Why Do Metal Waste and Recycling Receptacles Outperform Plastic Receptacles?

Glaro new yorker combo metal waste receptaclesWhen we purchase any product, such as a waste receptacle, there are many costs and benefits to consider in addition to price. While a cheaper price may be an advantage in the short run, it may come with hidden costs to you, your building guests and even your profits. A cheaper plastic receptacle might actually cost you more in the long run.

Looking at a product’s price in relation to other key attributes will tell a clearer story about the value your facility is getting when it chooses its waste and recycling receptacles.

If issues such as long term costs/replacement costs, public safety and environmental impact, are important to you, this comparison of plastic vs. metal waste receptacles below will be helpful to you.


Imported plastic waste receptacles are often less expensive than metal waste receptacles, however if they come from other countries, find out what you are really paying for. Often imported, a good proportion of your cost of a plastic receptacle is going towards the shipping, packing and transportation costs rather than the quality of the product and its materials. By contrast, a locally manufactured metal waste receptacle made in the USA will include fewer non-product costs that drive up a product’s price but do not improve a product’s quality level. Domestically manufactured products take less energy to ship and pack, so the price you pay is for the product itself.  If quality and value are important to you, it’s essential to understand these differences.

Because plastic waste receptacles are not built as robustly as metal cans, they often need to be replaced many times leading to a higher replacement cost. Over the lifetime of a heavy duty steel/aluminum metal trash can that might last upwards of 25 years or more, a plastic receptacle could need replacement 3 times or more. The lifetime cost of trash disposal at that particular location is therefore much higher with a cheaper alternative that does not perform as well as a built-to-last metal waste receptacle. In the end, plastic can cost you more and be taxing on your operations budget for these reasons.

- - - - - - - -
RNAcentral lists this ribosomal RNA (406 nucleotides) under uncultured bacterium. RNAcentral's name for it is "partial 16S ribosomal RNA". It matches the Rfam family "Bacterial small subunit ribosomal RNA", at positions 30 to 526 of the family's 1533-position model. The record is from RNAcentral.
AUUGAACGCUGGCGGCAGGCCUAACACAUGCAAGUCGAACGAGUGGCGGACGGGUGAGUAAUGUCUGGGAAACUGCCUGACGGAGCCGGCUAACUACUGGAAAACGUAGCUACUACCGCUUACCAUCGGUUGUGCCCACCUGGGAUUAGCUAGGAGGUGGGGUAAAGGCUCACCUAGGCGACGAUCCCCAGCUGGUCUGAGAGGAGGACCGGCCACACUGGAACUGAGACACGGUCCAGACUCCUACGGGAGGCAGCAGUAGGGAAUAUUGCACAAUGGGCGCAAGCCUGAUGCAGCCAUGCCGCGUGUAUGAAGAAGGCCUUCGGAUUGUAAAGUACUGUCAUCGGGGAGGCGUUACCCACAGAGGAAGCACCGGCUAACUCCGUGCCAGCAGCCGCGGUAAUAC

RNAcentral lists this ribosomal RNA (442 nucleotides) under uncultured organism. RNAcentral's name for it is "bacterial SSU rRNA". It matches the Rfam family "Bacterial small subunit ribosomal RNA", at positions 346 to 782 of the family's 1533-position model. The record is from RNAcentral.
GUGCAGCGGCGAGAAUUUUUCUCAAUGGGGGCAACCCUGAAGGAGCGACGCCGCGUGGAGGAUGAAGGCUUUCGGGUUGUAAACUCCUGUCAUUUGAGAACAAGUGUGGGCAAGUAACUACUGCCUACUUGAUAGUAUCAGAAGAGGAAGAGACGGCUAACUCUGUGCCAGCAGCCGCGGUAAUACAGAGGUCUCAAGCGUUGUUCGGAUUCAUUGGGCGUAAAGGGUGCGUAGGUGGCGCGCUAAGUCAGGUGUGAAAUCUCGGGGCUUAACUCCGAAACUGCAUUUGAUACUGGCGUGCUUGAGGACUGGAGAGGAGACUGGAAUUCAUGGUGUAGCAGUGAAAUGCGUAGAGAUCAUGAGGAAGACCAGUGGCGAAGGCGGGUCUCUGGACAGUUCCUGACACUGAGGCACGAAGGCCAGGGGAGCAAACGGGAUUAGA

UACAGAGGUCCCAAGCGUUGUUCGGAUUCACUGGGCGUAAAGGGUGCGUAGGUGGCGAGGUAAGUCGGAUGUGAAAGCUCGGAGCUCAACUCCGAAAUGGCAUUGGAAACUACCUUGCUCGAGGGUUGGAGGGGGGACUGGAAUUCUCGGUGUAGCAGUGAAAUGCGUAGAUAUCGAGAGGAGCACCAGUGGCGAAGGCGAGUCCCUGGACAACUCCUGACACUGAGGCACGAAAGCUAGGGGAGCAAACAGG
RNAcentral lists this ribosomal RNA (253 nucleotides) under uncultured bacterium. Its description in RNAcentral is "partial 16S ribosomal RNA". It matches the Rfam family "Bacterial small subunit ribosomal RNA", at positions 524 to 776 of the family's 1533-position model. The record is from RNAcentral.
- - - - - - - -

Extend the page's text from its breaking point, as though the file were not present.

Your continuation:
Public and Fire Safety

From a safety standpoint, plastic receptacles are not fire safe. They are known to be flammable, meltable and toxic. Glaro Inc. does not endorse the use of plastic for all purpose receptacles. “Plastic receptacles are not known for their safety and have virtually no effect on containing a fire. Metal receptacles, such as those manufactured by Glaro Inc. do not melt and they do not burn. In fact, heavy duty metal receptacles are safer because they can help contain fires (and in come cases extinguish them) by restricting the flow of oxygen which is critical to a fire’s ability to start and spread,” says Executive Bob Betensky. Waste receptacle units with an additional steel inner liner can create optimal fire resistance and are superior fire-safe receptacles available on the market.

Environmental Sustainability

Plastic waste receptacles have been found to also emit toxic fumes (when exposed to fire) harmful to the safety of others as well as the environment. They are not Green products. They can be recyclable however due to their inexpensive nature they are normally discarded and require several replacements over time, driving up the use of energy and production as well as ultimate cost of the product over time. The vast majority never get recycled.  All metal waste and recycling receptacles are recyclable; they can be made from recycled metals; and they do not emit harmful toxins. They also last a long time and require fewer replacement products, which saves energy and money.

In summary, while plastic waste receptacles may be the right choice for some, price alone is not always a telling indicator of quality or value. When long terms costs, quality, public safety, fire safety and environmental impact are taken into consideration, a metal waste receptacles has many advantages.

For more information, visit http://glaro.com/Receptacles.htm.